What is Discord?
Discord, compatible with desktop apps and browser support, is an invite-only platform for you to group into topic-based channels to collaborate, share and talk. To hang out with available members, all you need to do is enter a voice channel. People present on the server can see if one is around and pop in to talk. There is no need to make a call.
In Discord, you can custom build a community of your own by giving members custom access with special powers, private channels, and more. Apart from benefiting from Discord’s low-latency voice and video, you can watch your friends stream their games or share their screens for a collaborative session together.
Yet, with all these features, do Slack and Discord qualify as ideal community tools?
Slack and Discord as Community Tools
Slack can get quickly expensive if you are thinking about growing your community. The free version will only allow you to access 10,000 of your community’s most recent messages. Although there are 2,200 apps up for integration, you can leverage only 10. When it comes to the entire community discussing together, Slack’s free version only allows 1:1 voice and video calls between teammates.
Even when you subscribe to the Slack Pro version, the face-to-face communication with group voice and video calls is limited to a maximum of 15 participants. To get facilities like around-the-clock teamwork with 99.99% guaranteed uptime and 24/7 support with a four-hour response time, you need to upgrade to even a higher version than Slack Pro. You will have to choose Slack Business+.
Only when you upgrade to the highest available level of Enterprise Grid, you become eligible to access enterprise-grade security and compliance, such as HIPAA support and the Enterprise Key Management. It is only this version that can get you large-scale collaboration and alignment with support for up to 500,000 users. It is only with the Enterprise Grid version that you get tailored support with a designated account.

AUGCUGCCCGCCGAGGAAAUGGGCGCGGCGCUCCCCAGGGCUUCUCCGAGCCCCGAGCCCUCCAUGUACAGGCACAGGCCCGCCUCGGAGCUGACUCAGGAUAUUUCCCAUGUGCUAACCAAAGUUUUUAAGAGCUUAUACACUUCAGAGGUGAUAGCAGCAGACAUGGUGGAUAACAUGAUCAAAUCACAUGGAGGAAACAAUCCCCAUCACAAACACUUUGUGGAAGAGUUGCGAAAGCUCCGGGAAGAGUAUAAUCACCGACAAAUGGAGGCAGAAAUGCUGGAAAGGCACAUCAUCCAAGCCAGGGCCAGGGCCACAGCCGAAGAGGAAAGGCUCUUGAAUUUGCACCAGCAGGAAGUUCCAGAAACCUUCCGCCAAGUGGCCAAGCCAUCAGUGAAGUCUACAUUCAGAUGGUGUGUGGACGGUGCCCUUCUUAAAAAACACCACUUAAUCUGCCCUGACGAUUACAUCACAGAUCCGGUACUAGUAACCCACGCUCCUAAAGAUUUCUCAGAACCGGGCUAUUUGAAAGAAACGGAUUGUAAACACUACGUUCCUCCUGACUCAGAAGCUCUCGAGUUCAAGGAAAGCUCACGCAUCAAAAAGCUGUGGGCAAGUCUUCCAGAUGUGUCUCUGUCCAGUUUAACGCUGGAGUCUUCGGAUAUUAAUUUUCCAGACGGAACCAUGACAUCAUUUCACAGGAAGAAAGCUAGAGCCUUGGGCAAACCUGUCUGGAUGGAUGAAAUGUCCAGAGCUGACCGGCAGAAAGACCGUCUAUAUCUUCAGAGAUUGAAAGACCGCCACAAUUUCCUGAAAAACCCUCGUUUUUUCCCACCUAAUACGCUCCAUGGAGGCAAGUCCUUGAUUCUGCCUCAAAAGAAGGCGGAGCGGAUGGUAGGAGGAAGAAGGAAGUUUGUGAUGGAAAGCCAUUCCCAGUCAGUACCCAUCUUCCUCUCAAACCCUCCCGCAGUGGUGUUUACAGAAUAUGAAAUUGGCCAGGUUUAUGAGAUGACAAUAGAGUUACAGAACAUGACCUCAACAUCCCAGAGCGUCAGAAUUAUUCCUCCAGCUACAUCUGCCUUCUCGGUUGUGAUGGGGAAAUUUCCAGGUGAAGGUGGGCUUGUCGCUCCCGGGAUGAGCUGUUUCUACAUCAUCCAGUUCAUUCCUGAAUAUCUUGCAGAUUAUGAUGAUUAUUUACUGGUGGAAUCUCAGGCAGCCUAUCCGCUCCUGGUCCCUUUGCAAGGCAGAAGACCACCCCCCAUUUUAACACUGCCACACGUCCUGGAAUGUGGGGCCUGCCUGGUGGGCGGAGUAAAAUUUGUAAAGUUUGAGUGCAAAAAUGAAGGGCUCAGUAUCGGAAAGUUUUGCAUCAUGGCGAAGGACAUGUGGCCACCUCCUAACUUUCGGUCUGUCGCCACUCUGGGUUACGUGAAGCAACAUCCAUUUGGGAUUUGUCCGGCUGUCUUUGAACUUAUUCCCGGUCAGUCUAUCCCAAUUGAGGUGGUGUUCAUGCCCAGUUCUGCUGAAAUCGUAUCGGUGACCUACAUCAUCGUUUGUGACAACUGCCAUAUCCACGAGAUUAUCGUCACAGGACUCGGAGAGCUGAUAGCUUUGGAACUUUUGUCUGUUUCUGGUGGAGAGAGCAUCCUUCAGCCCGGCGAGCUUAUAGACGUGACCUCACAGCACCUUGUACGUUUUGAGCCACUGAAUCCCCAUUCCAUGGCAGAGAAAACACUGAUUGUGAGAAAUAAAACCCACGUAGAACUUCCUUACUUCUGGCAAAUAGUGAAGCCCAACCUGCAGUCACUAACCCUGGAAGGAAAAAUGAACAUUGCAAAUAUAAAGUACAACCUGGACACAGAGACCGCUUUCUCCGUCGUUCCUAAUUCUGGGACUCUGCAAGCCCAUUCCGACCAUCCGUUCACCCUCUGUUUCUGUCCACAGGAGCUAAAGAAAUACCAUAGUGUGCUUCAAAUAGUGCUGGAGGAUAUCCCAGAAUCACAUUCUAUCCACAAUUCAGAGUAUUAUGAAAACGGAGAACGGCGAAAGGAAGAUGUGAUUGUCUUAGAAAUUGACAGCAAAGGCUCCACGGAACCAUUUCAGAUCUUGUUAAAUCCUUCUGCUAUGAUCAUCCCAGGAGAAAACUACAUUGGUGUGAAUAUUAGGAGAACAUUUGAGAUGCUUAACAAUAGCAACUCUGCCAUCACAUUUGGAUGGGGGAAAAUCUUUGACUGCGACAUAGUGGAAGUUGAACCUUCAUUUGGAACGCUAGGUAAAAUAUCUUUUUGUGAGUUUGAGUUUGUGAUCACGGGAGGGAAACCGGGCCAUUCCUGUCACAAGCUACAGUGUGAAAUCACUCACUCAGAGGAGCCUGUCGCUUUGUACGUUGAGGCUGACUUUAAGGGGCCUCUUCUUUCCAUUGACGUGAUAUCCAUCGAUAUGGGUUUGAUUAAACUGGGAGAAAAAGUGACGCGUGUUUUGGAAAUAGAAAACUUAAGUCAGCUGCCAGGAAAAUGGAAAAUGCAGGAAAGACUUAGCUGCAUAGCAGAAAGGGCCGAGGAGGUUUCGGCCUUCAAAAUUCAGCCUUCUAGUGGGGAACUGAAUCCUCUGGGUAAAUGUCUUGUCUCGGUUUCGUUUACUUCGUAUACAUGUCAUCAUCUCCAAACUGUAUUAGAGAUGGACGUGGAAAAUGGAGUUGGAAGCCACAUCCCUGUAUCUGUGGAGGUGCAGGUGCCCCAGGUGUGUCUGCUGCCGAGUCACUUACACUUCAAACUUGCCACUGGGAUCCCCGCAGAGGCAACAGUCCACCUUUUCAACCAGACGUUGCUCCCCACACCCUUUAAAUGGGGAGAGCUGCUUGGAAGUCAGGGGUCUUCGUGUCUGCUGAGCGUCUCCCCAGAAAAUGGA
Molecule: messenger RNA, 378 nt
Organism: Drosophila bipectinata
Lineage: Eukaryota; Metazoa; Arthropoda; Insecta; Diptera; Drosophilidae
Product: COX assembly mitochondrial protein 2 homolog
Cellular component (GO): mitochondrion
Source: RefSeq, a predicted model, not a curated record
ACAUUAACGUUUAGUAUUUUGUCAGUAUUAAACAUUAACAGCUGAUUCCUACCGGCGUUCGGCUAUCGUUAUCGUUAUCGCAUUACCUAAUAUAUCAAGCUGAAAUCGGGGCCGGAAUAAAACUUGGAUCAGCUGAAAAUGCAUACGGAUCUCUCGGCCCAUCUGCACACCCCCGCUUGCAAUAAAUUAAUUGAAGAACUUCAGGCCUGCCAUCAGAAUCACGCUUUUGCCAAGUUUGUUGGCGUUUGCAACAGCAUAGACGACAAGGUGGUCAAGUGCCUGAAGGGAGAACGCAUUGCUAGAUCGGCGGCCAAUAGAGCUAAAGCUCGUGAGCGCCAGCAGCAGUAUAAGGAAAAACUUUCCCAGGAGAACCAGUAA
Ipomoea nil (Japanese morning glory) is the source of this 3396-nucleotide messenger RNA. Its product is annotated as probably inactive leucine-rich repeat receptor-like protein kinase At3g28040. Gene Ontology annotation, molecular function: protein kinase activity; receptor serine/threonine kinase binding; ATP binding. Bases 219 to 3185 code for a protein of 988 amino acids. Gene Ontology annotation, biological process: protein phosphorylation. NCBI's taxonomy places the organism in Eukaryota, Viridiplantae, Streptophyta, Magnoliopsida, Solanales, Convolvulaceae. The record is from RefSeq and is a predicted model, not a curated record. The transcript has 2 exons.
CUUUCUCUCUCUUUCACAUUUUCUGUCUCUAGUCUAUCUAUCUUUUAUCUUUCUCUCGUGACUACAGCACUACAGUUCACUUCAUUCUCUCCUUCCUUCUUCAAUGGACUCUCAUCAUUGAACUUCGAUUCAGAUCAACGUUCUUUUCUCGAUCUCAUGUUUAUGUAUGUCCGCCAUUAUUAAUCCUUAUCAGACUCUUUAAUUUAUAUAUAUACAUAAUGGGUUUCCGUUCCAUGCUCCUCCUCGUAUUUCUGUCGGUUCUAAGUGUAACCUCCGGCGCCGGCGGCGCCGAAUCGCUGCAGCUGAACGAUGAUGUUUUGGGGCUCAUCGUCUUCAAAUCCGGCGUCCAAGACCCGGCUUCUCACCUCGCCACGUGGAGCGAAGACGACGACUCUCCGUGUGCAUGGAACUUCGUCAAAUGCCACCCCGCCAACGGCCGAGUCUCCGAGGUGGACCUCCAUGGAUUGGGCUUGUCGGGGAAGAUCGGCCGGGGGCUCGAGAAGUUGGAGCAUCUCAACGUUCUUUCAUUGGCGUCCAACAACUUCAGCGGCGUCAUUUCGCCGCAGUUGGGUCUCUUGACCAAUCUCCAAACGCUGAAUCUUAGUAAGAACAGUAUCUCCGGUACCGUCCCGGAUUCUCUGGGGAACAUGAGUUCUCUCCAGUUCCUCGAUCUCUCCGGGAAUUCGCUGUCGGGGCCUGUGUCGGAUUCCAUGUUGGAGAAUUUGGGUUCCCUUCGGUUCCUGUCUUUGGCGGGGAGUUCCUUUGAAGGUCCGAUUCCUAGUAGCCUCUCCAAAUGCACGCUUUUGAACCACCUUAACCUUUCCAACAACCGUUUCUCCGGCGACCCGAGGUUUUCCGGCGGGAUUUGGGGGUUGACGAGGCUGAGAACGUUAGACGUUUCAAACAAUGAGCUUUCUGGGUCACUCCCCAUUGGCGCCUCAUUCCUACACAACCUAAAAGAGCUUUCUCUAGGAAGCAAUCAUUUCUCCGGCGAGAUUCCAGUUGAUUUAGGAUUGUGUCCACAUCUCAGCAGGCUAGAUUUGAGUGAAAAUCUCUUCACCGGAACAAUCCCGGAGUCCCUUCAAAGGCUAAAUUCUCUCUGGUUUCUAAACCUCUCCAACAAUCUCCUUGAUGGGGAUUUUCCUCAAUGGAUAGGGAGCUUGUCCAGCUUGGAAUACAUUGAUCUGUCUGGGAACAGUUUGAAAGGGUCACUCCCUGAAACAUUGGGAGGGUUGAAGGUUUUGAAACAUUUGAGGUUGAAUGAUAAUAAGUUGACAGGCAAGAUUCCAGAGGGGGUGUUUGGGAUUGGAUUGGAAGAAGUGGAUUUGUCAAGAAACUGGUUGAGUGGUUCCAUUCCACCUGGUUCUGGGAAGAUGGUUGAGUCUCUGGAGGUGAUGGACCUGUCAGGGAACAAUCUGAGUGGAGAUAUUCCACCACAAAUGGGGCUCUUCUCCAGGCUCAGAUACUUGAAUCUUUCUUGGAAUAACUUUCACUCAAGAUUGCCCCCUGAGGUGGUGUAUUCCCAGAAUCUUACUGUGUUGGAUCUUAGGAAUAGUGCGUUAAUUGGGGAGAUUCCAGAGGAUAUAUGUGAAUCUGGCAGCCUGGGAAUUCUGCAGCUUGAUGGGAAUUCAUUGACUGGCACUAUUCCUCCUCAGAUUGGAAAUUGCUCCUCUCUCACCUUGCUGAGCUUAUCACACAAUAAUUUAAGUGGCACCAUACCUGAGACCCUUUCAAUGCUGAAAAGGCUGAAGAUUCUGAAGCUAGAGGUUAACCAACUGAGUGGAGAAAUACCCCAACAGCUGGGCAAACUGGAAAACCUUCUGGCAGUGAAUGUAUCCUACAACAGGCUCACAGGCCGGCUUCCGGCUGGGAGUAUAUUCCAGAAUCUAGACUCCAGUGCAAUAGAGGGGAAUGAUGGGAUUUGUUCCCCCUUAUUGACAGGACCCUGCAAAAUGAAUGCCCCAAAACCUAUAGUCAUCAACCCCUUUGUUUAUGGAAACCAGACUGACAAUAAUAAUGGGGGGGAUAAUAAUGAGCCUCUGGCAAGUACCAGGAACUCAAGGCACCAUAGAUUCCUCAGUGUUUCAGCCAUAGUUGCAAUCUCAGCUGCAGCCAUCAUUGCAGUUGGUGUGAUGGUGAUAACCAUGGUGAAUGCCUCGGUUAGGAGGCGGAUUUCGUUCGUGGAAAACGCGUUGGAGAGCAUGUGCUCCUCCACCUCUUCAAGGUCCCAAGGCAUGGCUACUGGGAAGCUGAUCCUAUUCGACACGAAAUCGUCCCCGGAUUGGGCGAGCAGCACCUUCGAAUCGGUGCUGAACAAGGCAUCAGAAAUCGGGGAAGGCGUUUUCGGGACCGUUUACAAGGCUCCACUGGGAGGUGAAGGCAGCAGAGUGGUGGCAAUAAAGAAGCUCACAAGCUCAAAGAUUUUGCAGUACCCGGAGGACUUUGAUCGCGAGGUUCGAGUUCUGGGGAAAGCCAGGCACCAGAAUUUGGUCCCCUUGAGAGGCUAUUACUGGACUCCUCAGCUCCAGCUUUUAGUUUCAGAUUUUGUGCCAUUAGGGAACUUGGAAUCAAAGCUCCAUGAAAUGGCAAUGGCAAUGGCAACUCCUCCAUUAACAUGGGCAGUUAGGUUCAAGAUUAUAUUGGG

At a practical level, all the support you need to thrive as a community comes at a price that might not be reasonable for a small-sized company. Only when you have grown to a certain extent, both in your balance sheet and employee base, you can leverage Slack to manage your team and streamline your workflow.
Discord, seen more as a place for gamers to collaborate, also behaves prohibitively in many ways to grow a community. Apart from being an invite-only platform, it limits users and channels per server. The feature eventually excludes new members from getting an entry to popular servers and stunted growth for independent developers.
There are a limited number of native integrations and video chatting apps that reportedly lack the perks of image quality. Rather than a community tool, Discord resembles a social media site more, with its fair share of trolls and unethical users. It is when you get to a private server, you get a standard level of security.
With all these barriers to entry and discretionary access to features, it is difficult to call Slack and Discord the community tools that you need to build and nurture communities from scratch.